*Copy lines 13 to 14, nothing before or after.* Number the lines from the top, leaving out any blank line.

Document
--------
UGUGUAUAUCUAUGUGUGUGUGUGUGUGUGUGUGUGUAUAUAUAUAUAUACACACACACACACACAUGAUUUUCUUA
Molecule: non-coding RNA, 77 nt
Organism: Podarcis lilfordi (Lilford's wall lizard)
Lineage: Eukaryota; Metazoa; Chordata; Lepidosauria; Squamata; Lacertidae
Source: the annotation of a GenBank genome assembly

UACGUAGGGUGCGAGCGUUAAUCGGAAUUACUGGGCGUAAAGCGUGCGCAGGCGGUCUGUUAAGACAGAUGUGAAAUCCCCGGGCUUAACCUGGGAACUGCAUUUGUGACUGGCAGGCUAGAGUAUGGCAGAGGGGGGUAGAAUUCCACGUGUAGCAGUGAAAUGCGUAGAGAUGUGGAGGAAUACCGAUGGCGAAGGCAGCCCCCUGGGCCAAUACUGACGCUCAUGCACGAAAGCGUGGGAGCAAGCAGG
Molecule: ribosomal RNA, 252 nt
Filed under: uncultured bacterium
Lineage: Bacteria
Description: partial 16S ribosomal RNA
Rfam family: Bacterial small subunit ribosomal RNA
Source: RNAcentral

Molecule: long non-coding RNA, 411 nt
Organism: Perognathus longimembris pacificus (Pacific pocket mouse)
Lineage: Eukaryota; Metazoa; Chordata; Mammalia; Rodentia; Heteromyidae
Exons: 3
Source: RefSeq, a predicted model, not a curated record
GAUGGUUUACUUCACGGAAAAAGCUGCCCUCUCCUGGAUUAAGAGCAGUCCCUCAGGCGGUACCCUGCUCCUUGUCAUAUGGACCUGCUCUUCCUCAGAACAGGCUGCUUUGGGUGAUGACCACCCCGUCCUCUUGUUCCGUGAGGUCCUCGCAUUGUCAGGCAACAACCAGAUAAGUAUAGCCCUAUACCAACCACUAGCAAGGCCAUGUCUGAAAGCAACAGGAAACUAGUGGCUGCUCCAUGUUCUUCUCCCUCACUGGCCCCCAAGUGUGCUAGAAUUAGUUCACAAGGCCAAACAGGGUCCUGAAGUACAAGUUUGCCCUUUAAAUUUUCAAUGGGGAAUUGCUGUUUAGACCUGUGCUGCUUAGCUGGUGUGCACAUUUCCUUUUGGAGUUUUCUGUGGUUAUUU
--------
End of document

Molecule: long non-coding RNA, 411 nt
Organism: Perognathus longimembris pacificus (Pacific pocket mouse)